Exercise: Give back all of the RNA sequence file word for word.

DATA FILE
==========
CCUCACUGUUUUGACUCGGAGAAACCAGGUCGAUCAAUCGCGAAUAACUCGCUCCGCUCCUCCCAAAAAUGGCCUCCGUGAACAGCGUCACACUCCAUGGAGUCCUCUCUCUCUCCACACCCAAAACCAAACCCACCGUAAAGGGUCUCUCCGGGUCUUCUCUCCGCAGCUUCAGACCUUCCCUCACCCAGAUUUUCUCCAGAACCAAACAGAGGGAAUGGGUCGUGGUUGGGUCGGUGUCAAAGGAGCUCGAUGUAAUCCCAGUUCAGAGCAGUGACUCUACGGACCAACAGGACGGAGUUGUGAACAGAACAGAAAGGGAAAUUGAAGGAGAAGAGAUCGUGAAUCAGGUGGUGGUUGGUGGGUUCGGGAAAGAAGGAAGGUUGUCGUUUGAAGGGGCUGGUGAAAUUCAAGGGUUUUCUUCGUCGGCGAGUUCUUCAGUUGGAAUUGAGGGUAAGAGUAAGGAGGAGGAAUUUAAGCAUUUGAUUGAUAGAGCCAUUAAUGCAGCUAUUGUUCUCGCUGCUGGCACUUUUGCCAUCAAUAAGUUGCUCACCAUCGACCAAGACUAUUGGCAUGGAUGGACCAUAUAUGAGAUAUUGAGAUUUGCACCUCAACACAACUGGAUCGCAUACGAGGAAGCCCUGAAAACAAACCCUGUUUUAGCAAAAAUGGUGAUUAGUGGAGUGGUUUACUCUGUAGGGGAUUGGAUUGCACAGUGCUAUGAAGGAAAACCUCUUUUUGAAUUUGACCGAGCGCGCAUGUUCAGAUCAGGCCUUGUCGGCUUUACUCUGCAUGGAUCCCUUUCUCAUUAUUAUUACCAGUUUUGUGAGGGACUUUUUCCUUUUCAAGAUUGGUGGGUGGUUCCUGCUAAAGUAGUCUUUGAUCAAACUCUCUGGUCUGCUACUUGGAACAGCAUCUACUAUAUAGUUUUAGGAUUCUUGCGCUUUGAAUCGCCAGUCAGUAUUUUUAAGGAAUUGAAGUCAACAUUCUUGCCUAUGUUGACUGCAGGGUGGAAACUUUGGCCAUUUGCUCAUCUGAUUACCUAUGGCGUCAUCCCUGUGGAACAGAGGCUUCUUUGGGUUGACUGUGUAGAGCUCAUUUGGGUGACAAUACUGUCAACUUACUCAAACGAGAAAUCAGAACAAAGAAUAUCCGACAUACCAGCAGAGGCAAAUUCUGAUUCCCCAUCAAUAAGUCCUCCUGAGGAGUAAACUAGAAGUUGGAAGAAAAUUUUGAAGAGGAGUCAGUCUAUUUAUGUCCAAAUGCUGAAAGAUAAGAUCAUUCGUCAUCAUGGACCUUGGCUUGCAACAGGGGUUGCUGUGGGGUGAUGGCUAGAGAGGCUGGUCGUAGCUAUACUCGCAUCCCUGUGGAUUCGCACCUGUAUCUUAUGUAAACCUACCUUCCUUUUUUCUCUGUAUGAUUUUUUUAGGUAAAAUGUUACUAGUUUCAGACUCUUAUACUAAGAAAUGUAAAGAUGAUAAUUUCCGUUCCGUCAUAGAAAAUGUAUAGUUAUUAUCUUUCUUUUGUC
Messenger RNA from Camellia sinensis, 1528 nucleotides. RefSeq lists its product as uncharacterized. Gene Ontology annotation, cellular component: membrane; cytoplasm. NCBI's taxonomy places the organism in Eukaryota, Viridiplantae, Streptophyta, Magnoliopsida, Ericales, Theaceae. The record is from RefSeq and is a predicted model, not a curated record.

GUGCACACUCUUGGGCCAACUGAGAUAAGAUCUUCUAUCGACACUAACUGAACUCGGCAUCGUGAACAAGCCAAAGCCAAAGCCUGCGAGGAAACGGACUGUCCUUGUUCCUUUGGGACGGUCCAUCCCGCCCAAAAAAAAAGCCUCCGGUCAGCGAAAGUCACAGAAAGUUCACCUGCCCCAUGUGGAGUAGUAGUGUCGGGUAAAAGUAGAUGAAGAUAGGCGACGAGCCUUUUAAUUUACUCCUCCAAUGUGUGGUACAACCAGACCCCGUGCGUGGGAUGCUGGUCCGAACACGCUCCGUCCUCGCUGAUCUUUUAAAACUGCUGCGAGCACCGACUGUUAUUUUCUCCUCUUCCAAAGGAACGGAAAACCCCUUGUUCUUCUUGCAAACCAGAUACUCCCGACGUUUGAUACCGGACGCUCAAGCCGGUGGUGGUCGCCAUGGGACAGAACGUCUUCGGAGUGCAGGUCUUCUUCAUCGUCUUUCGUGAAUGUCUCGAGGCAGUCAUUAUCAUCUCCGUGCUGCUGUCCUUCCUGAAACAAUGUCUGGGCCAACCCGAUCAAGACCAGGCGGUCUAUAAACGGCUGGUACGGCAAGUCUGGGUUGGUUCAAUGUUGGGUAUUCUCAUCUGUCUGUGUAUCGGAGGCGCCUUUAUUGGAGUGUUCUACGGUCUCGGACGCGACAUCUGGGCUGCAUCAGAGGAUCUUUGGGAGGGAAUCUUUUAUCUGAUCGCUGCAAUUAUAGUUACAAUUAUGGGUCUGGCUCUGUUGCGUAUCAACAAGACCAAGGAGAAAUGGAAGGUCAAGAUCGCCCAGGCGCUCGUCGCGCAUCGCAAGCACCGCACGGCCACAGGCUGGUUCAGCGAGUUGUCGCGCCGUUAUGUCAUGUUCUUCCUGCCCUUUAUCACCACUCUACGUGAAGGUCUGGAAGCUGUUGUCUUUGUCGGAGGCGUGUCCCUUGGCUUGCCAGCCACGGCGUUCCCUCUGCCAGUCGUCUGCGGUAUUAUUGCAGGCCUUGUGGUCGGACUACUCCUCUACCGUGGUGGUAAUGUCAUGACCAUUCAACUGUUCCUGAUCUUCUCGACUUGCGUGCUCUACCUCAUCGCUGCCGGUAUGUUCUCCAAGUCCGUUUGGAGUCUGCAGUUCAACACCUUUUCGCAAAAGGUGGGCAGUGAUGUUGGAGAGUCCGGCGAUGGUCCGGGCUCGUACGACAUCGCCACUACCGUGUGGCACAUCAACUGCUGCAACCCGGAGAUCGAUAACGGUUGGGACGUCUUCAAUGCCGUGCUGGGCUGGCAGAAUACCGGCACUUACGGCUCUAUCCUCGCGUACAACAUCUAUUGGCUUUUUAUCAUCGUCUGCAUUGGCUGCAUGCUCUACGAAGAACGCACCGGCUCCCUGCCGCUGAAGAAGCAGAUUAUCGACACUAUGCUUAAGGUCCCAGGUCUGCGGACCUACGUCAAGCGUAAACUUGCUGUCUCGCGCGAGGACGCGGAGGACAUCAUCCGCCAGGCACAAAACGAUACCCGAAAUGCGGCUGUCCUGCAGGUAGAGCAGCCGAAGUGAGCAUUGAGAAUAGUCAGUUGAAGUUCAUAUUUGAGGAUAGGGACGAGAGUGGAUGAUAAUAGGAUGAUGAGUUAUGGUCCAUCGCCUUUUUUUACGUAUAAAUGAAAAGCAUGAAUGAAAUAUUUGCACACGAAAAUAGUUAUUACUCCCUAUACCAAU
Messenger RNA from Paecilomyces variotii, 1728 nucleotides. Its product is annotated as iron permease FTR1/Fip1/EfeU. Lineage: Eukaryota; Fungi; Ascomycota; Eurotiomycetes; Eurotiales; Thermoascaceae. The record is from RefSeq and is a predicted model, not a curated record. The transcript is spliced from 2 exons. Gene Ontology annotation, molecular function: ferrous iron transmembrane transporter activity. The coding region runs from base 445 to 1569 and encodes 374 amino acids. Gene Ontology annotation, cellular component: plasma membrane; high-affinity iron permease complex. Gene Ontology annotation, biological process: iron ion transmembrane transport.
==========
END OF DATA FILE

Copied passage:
CCUCACUGUUUUGACUCGGAGAAACCAGGUCGAUCAAUCGCGAAUAACUCGCUCCGCUCCUCCCAAAAAUGGCCUCCGUGAACAGCGUCACACUCCAUGGAGUCCUCUCUCUCUCCACACCCAAAACCAAACCCACCGUAAAGGGUCUCUCCGGGUCUUCUCUCCGCAGCUUCAGACCUUCCCUCACCCAGAUUUUCUCCAGAACCAAACAGAGGGAAUGGGUCGUGGUUGGGUCGGUGUCAAAGGAGCUCGAUGUAAUCCCAGUUCAGAGCAGUGACUCUACGGACCAACAGGACGGAGUUGUGAACAGAACAGAAAGGGAAAUUGAAGGAGAAGAGAUCGUGAAUCAGGUGGUGGUUGGUGGGUUCGGGAAAGAAGGAAGGUUGUCGUUUGAAGGGGCUGGUGAAAUUCAAGGGUUUUCUUCGUCGGCGAGUUCUUCAGUUGGAAUUGAGGGUAAGAGUAAGGAGGAGGAAUUUAAGCAUUUGAUUGAUAGAGCCAUUAAUGCAGCUAUUGUUCUCGCUGCUGGCACUUUUGCCAUCAAUAAGUUGCUCACCAUCGACCAAGACUAUUGGCAUGGAUGGACCAUAUAUGAGAUAUUGAGAUUUGCACCUCAACACAACUGGAUCGCAUACGAGGAAGCCCUGAAAACAAACCCUGUUUUAGCAAAAAUGGUGAUUAGUGGAGUGGUUUACUCUGUAGGGGAUUGGAUUGCACAGUGCUAUGAAGGAAAACCUCUUUUUGAAUUUGACCGAGCGCGCAUGUUCAGAUCAGGCCUUGUCGGCUUUACUCUGCAUGGAUCCCUUUCUCAUUAUUAUUACCAGUUUUGUGAGGGACUUUUUCCUUUUCAAGAUUGGUGGGUGGUUCCUGCUAAAGUAGUCUUUGAUCAAACUCUCUGGUCUGCUACUUGGAACAGCAUCUACUAUAUAGUUUUAGGAUUCUUGCGCUUUGAAUCGCCAGUCAGUAUUUUUAAGGAAUUGAAGUCAACAUUCUUGCCUAUGUUGACUGCAGGGUGGAAACUUUGGCCAUUUGCUCAUCUGAUUACCUAUGGCGUCAUCCCUGUGGAACAGAGGCUUCUUUGGGUUGACUGUGUAGAGCUCAUUUGGGUGACAAUACUGUCAACUUACUCAAACGAGAAAUCAGAACAAAGAAUAUCCGACAUACCAGCAGAGGCAAAUUCUGAUUCCCCAUCAAUAAGUCCUCCUGAGGAGUAAACUAGAAGUUGGAAGAAAAUUUUGAAGAGGAGUCAGUCUAUUUAUGUCCAAAUGCUGAAAGAUAAGAUCAUUCGUCAUCAUGGACCUUGGCUUGCAACAGGGGUUGCUGUGGGGUGAUGGCUAGAGAGGCUGGUCGUAGCUAUACUCGCAUCCCUGUGGAUUCGCACCUGUAUCUUAUGUAAACCUACCUUCCUUUUUUCUCUGUAUGAUUUUUUUAGGUAAAAUGUUACUAGUUUCAGACUCUUAUACUAAGAAAUGUAAAGAUGAUAAUUUCCGUUCCGUCAUAGAAAAUGUAUAGUUAUUAUCUUUCUUUUGUC
Messenger RNA from Camellia sinensis, 1528 nucleotides. RefSeq lists its product as uncharacterized. Gene Ontology annotation, cellular component: membrane; cytoplasm. NCBI's taxonomy places the organism in Eukaryota, Viridiplantae, Streptophyta, Magnoliopsida, Ericales, Theaceae. The record is from RefSeq and is a predicted model, not a curated record.

GUGCACACUCUUGGGCCAACUGAGAUAAGAUCUUCUAUCGACACUAACUGAACUCGGCAUCGUGAACAAGCCAAAGCCAAAGCCUGCGAGGAAACGGACUGUCCUUGUUCCUUUGGGACGGUCCAUCCCGCCCAAAAAAAAAGCCUCCGGUCAGCGAAAGUCACAGAAAGUUCACCUGCCCCAUGUGGAGUAGUAGUGUCGGGUAAAAGUAGAUGAAGAUAGGCGACGAGCCUUUUAAUUUACUCCUCCAAUGUGUGGUACAACCAGACCCCGUGCGUGGGAUGCUGGUCCGAACACGCUCCGUCCUCGCUGAUCUUUUAAAACUGCUGCGAGCACCGACUGUUAUUUUCUCCUCUUCCAAAGGAACGGAAAACCCCUUGUUCUUCUUGCAAACCAGAUACUCCCGACGUUUGAUACCGGACGCUCAAGCCGGUGGUGGUCGCCAUGGGACAGAACGUCUUCGGAGUGCAGGUCUUCUUCAUCGUCUUUCGUGAAUGUCUCGAGGCAGUCAUUAUCAUCUCCGUGCUGCUGUCCUUCCUGAAACAAUGUCUGGGCCAACCCGAUCAAGACCAGGCGGUCUAUAAACGGCUGGUACGGCAAGUCUGGGUUGGUUCAAUGUUGGGUAUUCUCAUCUGUCUGUGUAUCGGAGGCGCCUUUAUUGGAGUGUUCUACGGUCUCGGACGCGACAUCUGGGCUGCAUCAGAGGAUCUUUGGGAGGGAAUCUUUUAUCUGAUCGCUGCAAUUAUAGUUACAAUUAUGGGUCUGGCUCUGUUGCGUAUCAACAAGACCAAGGAGAAAUGGAAGGUCAAGAUCGCCCAGGCGCUCGUCGCGCAUCGCAAGCACCGCACGGCCACAGGCUGGUUCAGCGAGUUGUCGCGCCGUUAUGUCAUGUUCUUCCUGCCCUUUAUCACCACUCUACGUGAAGGUCUGGAAGCUGUUGUCUUUGUCGGAGGCGUGUCCCUUGGCUUGCCAGCCACGGCGUUCCCUCUGCCAGUCGUCUGCGGUAUUAUUGCAGGCCUUGUGGUCGGACUACUCCUCUACCGUGGUGGUAAUGUCAUGACCAUUCAACUGUUCCUGAUCUUCUCGACUUGCGUGCUCUACCUCAUCGCUGCCGGUAUGUUCUCCAAGUCCGUUUGGAGUCUGCAGUUCAACACCUUUUCGCAAAAGGUGGGCAGUGAUGUUGGAGAGUCCGGCGAUGGUCCGGGCUCGUACGACAUCGCCACUACCGUGUGGCACAUCAACUGCUGCAACCCGGAGAUCGAUAACGGUUGGGACGUCUUCAAUGCCGUGCUGGGCUGGCAGAAUACCGGCACUUACGGCUCUAUCCUCGCGUACAACAUCUAUUGGCUUUUUAUCAUCGUCUGCAUUGGCUGCAUGCUCUACGAAGAACGCACCGGCUCCCUGCCGCUGAAGAAGCAGAUUAUCGACACUAUGCUUAAGGUCCCAGGUCUGCGGACCUACGUCAAGCGUAAACUUGCUGUCUCGCGCGAGGACGCGGAGGACAUCAUCCGCCAGGCACAAAACGAUACCCGAAAUGCGGCUGUCCUGCAGGUAGAGCAGCCGAAGUGAGCAUUGAGAAUAGUCAGUUGAAGUUCAUAUUUGAGGAUAGGGACGAGAGUGGAUGAUAAUAGGAUGAUGAGUUAUGGUCCAUCGCCUUUUUUUACGUAUAAAUGAAAAGCAUGAAUGAAAUAUUUGCACACGAAAAUAGUUAUUACUCCCUAUACCAAU
Messenger RNA from Paecilomyces variotii, 1728 nucleotides. Its product is annotated as iron permease FTR1/Fip1/EfeU. Lineage: Eukaryota; Fungi; Ascomycota; Eurotiomycetes; Eurotiales; Thermoascaceae. The record is from RefSeq and is a predicted model, not a curated record. The transcript is spliced from 2 exons. Gene Ontology annotation, molecular function: ferrous iron transmembrane transporter activity. The coding region runs from base 445 to 1569 and encodes 374 amino acids. Gene Ontology annotation, cellular component: plasma membrane; high-affinity iron permease complex. Gene Ontology annotation, biological process: iron ion transmembrane transport.